Here’s what you need to know

Interiors trending for 2023 delivers some chewy old chestnuts and some pointy new angles. The sages have massaged the same clutch of stylistic ideas into slightly different confections with a new background colour thrown up the walls. 

These include the return of the all-white kitchen (hurrah), what’s termed “New Gothic” (sophisticated steam punk meets rough-luxe), the return of the brown room from the 1970s (please, God — no) and fainting “Scandinavian Pastels” (pretty but nothing new here). 

Trending is largely a marketing ploy launched from the top down. The interiors industries depend on moving new season furniture, accessories, paper and paint.

There are wallpapers, digital panels and stencils to draw off Victorian botanicals and art deco geometrics; dial up the palette and scale; Arts & Crafts design, Huckleberry for House of Hackney for clients Castle of Trematon; huckleberryhome.co.uk. 
There are wallpapers, digital panels and stencils to draw off Victorian botanicals and art deco geometrics; dial up the palette and scale; Arts & Crafts design, Huckleberry for House of Hackney for clients Castle of Trematon; huckleberryhome.co.uk. 

There is one quiet, reliable, confident look, that’s lasted decades, and which is set to continue its elegant progress into next year. To give it a handle, the PR writers, Instagram and bloggers have dubbed it “New Heritage”. 

Basically, heritage decorating blends the English country house style of great decorating houses like Colefax and Fowler, together with homely fashionable pieces snagged from the high-street and flashy and modest modern inclusions, many of which already have their kick out feet in the mid-20th century.

It’s old meets and marries new, and an anecdote to the add-water-and-stir of dragging home all newly minted, similarly inclined, safe furnishings and accessories. 1950s to 1980s inspirations have flooded the market in new furniture and accessorising. 

 Forbidden Bloom, €375, divinesavages.com.
 Forbidden Bloom, €375, divinesavages.com.

The look might be “cool” and contemporary but often not recognisably period anymore. New Heritage dives into the archives and shakes up what we find, infusing individuality and features into just about any contemporary room. Throwing mid-century pieces in front of original period features — edgy but comfortable and New Heritage is all about comfort not a crackling aesthetic tension.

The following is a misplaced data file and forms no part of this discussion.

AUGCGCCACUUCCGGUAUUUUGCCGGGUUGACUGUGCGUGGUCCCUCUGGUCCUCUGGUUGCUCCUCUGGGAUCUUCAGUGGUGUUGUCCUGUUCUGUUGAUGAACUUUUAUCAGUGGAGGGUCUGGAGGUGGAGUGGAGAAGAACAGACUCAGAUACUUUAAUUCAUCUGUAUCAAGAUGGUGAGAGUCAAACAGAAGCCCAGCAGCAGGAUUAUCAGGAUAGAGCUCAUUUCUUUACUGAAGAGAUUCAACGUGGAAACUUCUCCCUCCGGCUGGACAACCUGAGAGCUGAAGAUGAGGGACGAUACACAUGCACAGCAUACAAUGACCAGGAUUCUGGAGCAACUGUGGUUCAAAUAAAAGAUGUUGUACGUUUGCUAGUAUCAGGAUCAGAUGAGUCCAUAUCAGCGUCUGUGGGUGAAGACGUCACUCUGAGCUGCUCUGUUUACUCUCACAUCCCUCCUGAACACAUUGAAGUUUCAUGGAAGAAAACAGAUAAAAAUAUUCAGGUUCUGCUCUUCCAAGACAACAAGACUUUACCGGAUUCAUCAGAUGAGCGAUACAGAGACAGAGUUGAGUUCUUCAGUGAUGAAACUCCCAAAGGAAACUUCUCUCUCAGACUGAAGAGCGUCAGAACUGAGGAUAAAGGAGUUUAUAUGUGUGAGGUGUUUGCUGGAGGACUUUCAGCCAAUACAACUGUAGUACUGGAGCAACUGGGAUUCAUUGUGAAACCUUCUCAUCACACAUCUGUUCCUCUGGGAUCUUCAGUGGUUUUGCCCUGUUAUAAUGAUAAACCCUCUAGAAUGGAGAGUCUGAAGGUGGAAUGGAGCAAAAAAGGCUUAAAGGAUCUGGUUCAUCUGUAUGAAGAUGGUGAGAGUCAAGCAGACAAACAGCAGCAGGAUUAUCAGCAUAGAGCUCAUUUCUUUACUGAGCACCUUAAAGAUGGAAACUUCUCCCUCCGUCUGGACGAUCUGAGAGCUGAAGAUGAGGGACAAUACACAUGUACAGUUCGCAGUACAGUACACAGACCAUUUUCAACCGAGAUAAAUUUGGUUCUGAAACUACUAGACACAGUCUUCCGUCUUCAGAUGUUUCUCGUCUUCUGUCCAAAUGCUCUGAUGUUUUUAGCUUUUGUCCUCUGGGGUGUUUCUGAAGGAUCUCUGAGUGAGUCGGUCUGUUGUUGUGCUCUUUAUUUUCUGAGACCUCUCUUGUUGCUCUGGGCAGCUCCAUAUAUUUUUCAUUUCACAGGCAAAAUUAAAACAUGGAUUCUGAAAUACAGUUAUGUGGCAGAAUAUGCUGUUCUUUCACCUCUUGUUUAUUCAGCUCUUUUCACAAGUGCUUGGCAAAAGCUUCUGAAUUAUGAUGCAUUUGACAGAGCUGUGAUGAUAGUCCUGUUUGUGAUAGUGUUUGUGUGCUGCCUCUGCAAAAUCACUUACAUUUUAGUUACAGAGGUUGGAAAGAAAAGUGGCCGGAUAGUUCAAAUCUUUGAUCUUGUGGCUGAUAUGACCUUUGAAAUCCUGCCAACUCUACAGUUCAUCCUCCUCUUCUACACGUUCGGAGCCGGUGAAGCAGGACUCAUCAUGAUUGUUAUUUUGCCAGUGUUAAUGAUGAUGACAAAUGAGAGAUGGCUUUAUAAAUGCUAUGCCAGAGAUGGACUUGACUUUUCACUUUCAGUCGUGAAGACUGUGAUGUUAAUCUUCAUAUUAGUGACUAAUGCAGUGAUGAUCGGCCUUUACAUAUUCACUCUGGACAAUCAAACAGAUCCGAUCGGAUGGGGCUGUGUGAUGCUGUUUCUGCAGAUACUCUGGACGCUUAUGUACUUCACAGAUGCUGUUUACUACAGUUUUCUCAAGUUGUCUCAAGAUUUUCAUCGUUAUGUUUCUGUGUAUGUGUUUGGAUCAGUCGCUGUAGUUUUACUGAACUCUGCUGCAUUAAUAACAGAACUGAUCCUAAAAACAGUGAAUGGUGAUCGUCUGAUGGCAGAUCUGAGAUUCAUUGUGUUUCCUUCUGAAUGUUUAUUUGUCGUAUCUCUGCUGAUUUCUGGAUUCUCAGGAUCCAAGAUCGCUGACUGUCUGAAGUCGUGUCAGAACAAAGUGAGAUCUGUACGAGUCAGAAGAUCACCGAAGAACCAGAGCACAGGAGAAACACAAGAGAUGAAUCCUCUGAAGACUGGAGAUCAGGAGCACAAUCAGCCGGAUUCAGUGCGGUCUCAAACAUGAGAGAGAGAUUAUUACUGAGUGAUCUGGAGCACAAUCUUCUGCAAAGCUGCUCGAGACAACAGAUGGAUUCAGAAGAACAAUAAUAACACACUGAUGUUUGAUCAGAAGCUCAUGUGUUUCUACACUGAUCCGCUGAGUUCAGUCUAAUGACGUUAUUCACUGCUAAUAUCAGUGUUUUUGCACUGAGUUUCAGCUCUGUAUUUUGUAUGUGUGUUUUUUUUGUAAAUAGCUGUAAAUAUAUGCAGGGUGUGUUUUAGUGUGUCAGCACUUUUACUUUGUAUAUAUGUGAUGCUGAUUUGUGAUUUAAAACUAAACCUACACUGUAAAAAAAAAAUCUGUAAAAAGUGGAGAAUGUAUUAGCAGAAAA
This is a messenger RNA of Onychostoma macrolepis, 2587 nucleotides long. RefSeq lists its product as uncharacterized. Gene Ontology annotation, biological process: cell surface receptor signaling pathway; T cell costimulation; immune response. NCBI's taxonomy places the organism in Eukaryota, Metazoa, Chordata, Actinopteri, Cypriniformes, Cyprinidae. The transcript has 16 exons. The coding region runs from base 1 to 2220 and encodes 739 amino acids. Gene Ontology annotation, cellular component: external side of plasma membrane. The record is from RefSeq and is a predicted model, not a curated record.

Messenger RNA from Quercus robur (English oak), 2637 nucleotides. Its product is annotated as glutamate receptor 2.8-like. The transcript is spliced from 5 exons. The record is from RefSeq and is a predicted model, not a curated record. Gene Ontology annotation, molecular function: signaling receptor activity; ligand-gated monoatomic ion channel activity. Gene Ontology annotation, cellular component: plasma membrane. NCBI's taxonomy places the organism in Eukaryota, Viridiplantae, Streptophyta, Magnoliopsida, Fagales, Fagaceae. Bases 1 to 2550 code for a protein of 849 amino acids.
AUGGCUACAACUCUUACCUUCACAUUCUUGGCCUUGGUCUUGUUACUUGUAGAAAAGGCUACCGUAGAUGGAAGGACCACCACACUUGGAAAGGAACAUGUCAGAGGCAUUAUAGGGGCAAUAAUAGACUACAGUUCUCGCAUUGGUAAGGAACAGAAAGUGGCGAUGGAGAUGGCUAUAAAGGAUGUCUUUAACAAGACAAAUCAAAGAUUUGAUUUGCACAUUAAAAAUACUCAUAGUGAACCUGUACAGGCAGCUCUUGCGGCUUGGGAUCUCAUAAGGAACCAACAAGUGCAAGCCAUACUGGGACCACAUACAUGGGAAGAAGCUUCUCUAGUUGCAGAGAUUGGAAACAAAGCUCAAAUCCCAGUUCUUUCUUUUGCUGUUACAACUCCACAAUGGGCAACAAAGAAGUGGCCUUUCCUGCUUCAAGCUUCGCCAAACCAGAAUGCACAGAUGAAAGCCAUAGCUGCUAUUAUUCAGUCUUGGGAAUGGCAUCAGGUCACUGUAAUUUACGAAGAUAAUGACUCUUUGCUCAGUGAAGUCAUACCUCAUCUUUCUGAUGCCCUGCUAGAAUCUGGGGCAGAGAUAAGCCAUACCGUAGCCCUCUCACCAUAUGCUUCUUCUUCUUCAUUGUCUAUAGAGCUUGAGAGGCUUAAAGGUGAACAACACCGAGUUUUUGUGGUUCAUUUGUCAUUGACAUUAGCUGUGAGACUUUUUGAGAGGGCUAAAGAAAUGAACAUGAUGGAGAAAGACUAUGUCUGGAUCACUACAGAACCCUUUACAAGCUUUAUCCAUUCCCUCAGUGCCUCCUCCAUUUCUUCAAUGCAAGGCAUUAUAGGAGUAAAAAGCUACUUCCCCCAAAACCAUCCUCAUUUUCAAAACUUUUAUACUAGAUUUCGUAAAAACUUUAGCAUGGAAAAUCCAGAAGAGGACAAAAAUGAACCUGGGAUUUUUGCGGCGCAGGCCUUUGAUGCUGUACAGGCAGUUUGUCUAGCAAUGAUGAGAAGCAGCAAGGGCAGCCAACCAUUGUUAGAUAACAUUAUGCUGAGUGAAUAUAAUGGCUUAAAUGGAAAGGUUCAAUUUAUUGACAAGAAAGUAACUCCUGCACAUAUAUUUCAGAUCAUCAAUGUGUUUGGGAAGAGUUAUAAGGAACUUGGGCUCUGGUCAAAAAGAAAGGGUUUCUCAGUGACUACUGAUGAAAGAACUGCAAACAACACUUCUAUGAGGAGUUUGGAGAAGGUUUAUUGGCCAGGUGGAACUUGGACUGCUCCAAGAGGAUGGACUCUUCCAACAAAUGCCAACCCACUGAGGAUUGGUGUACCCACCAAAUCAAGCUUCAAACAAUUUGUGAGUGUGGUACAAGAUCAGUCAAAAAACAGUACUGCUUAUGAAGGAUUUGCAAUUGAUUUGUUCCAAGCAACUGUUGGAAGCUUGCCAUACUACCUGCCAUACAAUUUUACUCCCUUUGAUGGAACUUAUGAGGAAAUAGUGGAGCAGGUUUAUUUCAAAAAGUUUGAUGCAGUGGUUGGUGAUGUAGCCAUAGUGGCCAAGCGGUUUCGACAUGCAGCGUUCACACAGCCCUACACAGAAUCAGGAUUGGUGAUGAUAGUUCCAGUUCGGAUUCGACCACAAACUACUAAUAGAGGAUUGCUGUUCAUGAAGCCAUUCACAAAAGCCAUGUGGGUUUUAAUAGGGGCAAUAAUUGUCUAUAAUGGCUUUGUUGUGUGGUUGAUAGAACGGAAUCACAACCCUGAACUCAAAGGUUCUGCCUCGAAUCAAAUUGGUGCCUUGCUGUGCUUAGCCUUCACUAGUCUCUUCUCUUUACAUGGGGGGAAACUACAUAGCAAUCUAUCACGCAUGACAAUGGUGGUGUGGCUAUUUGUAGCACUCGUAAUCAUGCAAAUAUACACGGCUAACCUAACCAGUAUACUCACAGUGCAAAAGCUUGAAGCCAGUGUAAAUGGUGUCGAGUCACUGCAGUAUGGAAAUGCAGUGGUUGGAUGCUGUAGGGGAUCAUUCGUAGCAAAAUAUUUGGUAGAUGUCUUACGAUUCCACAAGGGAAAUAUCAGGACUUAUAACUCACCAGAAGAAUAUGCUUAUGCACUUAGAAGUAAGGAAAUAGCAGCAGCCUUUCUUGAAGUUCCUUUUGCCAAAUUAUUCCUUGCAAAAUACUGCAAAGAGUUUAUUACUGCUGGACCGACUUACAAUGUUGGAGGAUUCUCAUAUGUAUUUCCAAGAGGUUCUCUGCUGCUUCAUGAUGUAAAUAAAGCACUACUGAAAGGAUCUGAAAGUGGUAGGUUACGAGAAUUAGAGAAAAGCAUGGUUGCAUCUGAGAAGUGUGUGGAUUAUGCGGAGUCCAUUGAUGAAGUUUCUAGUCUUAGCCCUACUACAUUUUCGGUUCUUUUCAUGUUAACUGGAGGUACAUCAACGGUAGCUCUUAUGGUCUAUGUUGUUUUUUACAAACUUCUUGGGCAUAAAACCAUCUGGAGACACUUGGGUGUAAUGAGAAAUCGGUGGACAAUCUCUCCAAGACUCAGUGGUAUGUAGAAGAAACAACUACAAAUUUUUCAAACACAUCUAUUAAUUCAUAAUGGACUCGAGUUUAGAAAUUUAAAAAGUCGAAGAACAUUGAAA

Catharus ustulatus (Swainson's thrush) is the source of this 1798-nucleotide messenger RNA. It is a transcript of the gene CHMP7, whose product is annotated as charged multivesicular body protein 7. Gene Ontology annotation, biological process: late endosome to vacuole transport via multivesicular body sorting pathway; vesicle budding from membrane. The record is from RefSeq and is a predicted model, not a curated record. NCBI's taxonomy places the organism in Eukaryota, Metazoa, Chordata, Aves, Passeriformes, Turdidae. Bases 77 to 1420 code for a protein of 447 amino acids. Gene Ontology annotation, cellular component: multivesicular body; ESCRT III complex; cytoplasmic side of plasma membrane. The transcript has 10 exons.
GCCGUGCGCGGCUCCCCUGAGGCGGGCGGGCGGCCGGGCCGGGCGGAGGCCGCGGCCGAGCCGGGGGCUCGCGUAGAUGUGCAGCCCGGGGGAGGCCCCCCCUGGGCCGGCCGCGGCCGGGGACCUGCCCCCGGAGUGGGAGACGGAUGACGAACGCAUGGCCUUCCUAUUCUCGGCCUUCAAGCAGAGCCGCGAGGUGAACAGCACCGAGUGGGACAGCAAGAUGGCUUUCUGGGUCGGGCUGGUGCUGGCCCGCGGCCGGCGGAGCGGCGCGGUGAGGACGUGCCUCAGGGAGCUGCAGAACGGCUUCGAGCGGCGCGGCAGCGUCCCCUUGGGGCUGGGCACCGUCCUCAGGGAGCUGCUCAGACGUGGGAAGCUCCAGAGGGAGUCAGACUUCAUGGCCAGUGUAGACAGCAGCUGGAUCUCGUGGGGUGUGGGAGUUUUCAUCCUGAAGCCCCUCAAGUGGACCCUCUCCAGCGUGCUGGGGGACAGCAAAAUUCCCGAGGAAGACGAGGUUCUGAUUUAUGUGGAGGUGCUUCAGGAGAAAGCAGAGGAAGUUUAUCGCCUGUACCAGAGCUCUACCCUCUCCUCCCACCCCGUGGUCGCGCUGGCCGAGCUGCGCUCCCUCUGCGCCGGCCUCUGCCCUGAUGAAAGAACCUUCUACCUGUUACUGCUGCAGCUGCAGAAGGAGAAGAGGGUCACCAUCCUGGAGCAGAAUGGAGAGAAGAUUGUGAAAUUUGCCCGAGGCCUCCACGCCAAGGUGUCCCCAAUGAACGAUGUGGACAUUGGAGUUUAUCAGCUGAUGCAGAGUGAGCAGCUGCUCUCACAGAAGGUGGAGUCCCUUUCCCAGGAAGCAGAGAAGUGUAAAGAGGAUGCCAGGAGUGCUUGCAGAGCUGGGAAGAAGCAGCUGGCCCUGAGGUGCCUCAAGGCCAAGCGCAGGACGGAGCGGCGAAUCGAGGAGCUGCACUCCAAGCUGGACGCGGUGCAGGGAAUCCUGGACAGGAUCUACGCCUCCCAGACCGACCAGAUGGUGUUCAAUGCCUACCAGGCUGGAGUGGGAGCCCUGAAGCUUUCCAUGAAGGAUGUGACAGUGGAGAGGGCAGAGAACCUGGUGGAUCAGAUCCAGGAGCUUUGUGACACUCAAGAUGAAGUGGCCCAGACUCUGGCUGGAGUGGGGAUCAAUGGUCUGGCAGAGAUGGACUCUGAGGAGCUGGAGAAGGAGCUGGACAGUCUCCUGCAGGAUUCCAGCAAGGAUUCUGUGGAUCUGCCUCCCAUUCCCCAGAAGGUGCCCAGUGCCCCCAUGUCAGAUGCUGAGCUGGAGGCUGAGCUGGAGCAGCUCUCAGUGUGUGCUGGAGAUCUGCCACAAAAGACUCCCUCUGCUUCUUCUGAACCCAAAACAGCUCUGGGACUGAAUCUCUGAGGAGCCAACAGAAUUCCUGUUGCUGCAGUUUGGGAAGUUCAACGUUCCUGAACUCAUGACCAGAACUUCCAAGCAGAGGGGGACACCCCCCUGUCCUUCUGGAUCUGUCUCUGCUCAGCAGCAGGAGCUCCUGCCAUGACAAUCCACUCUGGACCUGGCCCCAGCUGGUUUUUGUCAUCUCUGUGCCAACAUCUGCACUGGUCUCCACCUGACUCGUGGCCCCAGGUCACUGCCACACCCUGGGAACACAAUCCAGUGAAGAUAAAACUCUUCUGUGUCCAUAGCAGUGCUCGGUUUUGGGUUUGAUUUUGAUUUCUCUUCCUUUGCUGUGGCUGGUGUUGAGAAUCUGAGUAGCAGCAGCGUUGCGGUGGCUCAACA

CUDDLE UP

Layering styles together has been a popular and practical approach for centuries, as it can put together beloved accrued family bits and pieces, inherited antiques, new design, and solid classics lines in one room. There’s a familiarity about many of the major pieces; they often remind us of the things we saw and used everyday in the home we grew up in. 

Covid and world events of 2022 have intensified our desire for a feeling of protection and calm in our home spaces. 

Starting from scratch we need to be a little sly to make the look organic. Here’s a few key strategies and pieces to have a go at a period stir up using genuine vintage and used items or buying all new from the shop-floor. Remember to have some focal points that speak of the past.

SIT DOWN

One great armchair and/or one great sofa: Look towards late Victorian and Edwardian-inclined seating. Rolled arms, rolled backs (low Chesterfields), deep buttoning and gorgeous upholstery. Here’s where the New Heritage moment comes. 

The outline of the chair might carry bandy-legged Queen Anne lines rooted in the 18th century, but you can apply as dazzling a contemporary fabric or eye-watering shades as you like.

A Queen Anne contour wears a fabulous new patchwork outfitting. Look for good used chairs to reinvent and repurpose. Boho accent, €3,000, footstool available, madchair.co.
A Queen Anne contour wears a fabulous new patchwork outfitting. Look for good used chairs to reinvent and repurpose. Boho accent, €3,000, footstool available, madchair.co.

If you love the traditional florals and stripes of collections including Graham Sanderson, Jane Churchill or The Designer’s Guild, there are heritage choices in fresh colour-ways that respect yesterday and celebrate today in a single design. 

Keep your eyes open for well made used chairs with vintage silhouettes that can be recovered (if the frame is properly jointed, you’re laughing). Replacing the stuffing and padding will bring the chair or sofa up to modern fire safety standards — a reputable firm will always include these new materials as standard.